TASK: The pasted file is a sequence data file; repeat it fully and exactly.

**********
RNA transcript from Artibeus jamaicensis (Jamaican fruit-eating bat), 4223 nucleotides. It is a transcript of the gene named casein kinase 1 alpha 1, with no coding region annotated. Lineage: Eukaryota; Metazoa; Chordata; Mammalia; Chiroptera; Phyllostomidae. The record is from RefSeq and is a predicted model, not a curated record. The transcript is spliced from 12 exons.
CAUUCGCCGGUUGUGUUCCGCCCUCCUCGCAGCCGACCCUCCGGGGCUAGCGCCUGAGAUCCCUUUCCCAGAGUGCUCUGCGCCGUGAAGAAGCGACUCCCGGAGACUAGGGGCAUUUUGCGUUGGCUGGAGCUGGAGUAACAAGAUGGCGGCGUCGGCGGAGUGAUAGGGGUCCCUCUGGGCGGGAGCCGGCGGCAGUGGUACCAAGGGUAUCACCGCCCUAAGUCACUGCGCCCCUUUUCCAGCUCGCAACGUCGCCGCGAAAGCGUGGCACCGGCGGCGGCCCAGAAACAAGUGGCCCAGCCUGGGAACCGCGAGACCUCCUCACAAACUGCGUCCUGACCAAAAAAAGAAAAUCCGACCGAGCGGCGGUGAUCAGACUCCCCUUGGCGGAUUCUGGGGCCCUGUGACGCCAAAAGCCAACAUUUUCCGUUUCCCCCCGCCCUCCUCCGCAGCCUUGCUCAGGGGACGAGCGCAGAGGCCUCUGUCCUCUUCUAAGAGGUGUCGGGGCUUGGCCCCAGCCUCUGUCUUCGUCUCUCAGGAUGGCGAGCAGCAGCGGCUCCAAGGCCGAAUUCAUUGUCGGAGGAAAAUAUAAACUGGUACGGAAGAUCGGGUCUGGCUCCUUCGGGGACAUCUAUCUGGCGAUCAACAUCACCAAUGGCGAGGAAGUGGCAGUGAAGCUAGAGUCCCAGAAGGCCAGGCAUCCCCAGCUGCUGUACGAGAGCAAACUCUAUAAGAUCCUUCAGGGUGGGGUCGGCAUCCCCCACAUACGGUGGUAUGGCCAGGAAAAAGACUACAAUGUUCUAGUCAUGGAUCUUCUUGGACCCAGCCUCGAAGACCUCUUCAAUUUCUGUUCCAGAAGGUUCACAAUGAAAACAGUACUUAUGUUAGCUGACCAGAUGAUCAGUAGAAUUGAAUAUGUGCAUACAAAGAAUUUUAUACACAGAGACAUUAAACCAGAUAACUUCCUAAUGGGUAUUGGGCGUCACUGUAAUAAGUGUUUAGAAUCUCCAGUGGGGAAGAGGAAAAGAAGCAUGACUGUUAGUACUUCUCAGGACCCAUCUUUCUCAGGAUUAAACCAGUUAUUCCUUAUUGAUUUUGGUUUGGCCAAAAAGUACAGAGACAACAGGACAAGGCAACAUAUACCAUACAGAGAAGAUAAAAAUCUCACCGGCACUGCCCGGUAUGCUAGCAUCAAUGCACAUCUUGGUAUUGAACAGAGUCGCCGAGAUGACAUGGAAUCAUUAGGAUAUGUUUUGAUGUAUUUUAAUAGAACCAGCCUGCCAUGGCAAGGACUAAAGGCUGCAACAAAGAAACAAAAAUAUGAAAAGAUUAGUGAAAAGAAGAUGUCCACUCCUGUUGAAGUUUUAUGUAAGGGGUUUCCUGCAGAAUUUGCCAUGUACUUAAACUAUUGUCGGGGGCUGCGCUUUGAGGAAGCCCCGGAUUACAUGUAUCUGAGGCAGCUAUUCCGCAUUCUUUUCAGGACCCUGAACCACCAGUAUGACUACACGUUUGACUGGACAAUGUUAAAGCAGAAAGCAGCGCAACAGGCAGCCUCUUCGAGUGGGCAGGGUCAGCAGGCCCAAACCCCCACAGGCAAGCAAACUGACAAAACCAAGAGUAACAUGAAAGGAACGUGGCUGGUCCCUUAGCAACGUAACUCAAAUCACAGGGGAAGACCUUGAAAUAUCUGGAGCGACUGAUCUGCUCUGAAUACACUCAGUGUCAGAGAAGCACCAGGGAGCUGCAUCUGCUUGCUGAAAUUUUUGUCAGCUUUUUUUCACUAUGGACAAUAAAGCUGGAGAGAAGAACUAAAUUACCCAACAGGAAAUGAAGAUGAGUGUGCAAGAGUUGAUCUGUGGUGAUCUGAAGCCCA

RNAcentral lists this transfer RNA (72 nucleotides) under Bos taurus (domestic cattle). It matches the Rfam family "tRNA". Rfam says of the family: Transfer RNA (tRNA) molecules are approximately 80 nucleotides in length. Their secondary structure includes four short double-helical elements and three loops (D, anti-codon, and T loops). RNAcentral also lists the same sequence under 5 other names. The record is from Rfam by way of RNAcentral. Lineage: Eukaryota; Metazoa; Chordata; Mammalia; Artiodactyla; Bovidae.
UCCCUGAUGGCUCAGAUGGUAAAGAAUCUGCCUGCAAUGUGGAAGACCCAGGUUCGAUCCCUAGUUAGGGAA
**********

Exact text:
RNA transcript from Artibeus jamaicensis (Jamaican fruit-eating bat), 4223 nucleotides. It is a transcript of the gene named casein kinase 1 alpha 1, with no coding region annotated. Lineage: Eukaryota; Metazoa; Chordata; Mammalia; Chiroptera; Phyllostomidae. The record is from RefSeq and is a predicted model, not a curated record. The transcript is spliced from 12 exons.
CAUUCGCCGGUUGUGUUCCGCCCUCCUCGCAGCCGACCCUCCGGGGCUAGCGCCUGAGAUCCCUUUCCCAGAGUGCUCUGCGCCGUGAAGAAGCGACUCCCGGAGACUAGGGGCAUUUUGCGUUGGCUGGAGCUGGAGUAACAAGAUGGCGGCGUCGGCGGAGUGAUAGGGGUCCCUCUGGGCGGGAGCCGGCGGCAGUGGUACCAAGGGUAUCACCGCCCUAAGUCACUGCGCCCCUUUUCCAGCUCGCAACGUCGCCGCGAAAGCGUGGCACCGGCGGCGGCCCAGAAACAAGUGGCCCAGCCUGGGAACCGCGAGACCUCCUCACAAACUGCGUCCUGACCAAAAAAAGAAAAUCCGACCGAGCGGCGGUGAUCAGACUCCCCUUGGCGGAUUCUGGGGCCCUGUGACGCCAAAAGCCAACAUUUUCCGUUUCCCCCCGCCCUCCUCCGCAGCCUUGCUCAGGGGACGAGCGCAGAGGCCUCUGUCCUCUUCUAAGAGGUGUCGGGGCUUGGCCCCAGCCUCUGUCUUCGUCUCUCAGGAUGGCGAGCAGCAGCGGCUCCAAGGCCGAAUUCAUUGUCGGAGGAAAAUAUAAACUGGUACGGAAGAUCGGGUCUGGCUCCUUCGGGGACAUCUAUCUGGCGAUCAACAUCACCAAUGGCGAGGAAGUGGCAGUGAAGCUAGAGUCCCAGAAGGCCAGGCAUCCCCAGCUGCUGUACGAGAGCAAACUCUAUAAGAUCCUUCAGGGUGGGGUCGGCAUCCCCCACAUACGGUGGUAUGGCCAGGAAAAAGACUACAAUGUUCUAGUCAUGGAUCUUCUUGGACCCAGCCUCGAAGACCUCUUCAAUUUCUGUUCCAGAAGGUUCACAAUGAAAACAGUACUUAUGUUAGCUGACCAGAUGAUCAGUAGAAUUGAAUAUGUGCAUACAAAGAAUUUUAUACACAGAGACAUUAAACCAGAUAACUUCCUAAUGGGUAUUGGGCGUCACUGUAAUAAGUGUUUAGAAUCUCCAGUGGGGAAGAGGAAAAGAAGCAUGACUGUUAGUACUUCUCAGGACCCAUCUUUCUCAGGAUUAAACCAGUUAUUCCUUAUUGAUUUUGGUUUGGCCAAAAAGUACAGAGACAACAGGACAAGGCAACAUAUACCAUACAGAGAAGAUAAAAAUCUCACCGGCACUGCCCGGUAUGCUAGCAUCAAUGCACAUCUUGGUAUUGAACAGAGUCGCCGAGAUGACAUGGAAUCAUUAGGAUAUGUUUUGAUGUAUUUUAAUAGAACCAGCCUGCCAUGGCAAGGACUAAAGGCUGCAACAAAGAAACAAAAAUAUGAAAAGAUUAGUGAAAAGAAGAUGUCCACUCCUGUUGAAGUUUUAUGUAAGGGGUUUCCUGCAGAAUUUGCCAUGUACUUAAACUAUUGUCGGGGGCUGCGCUUUGAGGAAGCCCCGGAUUACAUGUAUCUGAGGCAGCUAUUCCGCAUUCUUUUCAGGACCCUGAACCACCAGUAUGACUACACGUUUGACUGGACAAUGUUAAAGCAGAAAGCAGCGCAACAGGCAGCCUCUUCGAGUGGGCAGGGUCAGCAGGCCCAAACCCCCACAGGCAAGCAAACUGACAAAACCAAGAGUAACAUGAAAGGAACGUGGCUGGUCCCUUAGCAACGUAACUCAAAUCACAGGGGAAGACCUUGAAAUAUCUGGAGCGACUGAUCUGCUCUGAAUACACUCAGUGUCAGAGAAGCACCAGGGAGCUGCAUCUGCUUGCUGAAAUUUUUGUCAGCUUUUUUUCACUAUGGACAAUAAAGCUGGAGAGAAGAACUAAAUUACCCAACAGGAAAUGAAGAUGAGUGUGCAAGAGUUGAUCUGUGGUGAUCUGAAGCCCA

RNAcentral lists this transfer RNA (72 nucleotides) under Bos taurus (domestic cattle). It matches the Rfam family "tRNA". Rfam says of the family: Transfer RNA (tRNA) molecules are approximately 80 nucleotides in length. Their secondary structure includes four short double-helical elements and three loops (D, anti-codon, and T loops). RNAcentral also lists the same sequence under 5 other names. The record is from Rfam by way of RNAcentral. Lineage: Eukaryota; Metazoa; Chordata; Mammalia; Artiodactyla; Bovidae.
UCCCUGAUGGCUCAGAUGGUAAAGAAUCUGCCUGCAAUGUGGAAGACCCAGGUUCGAUCCCUAGUUAGGGAA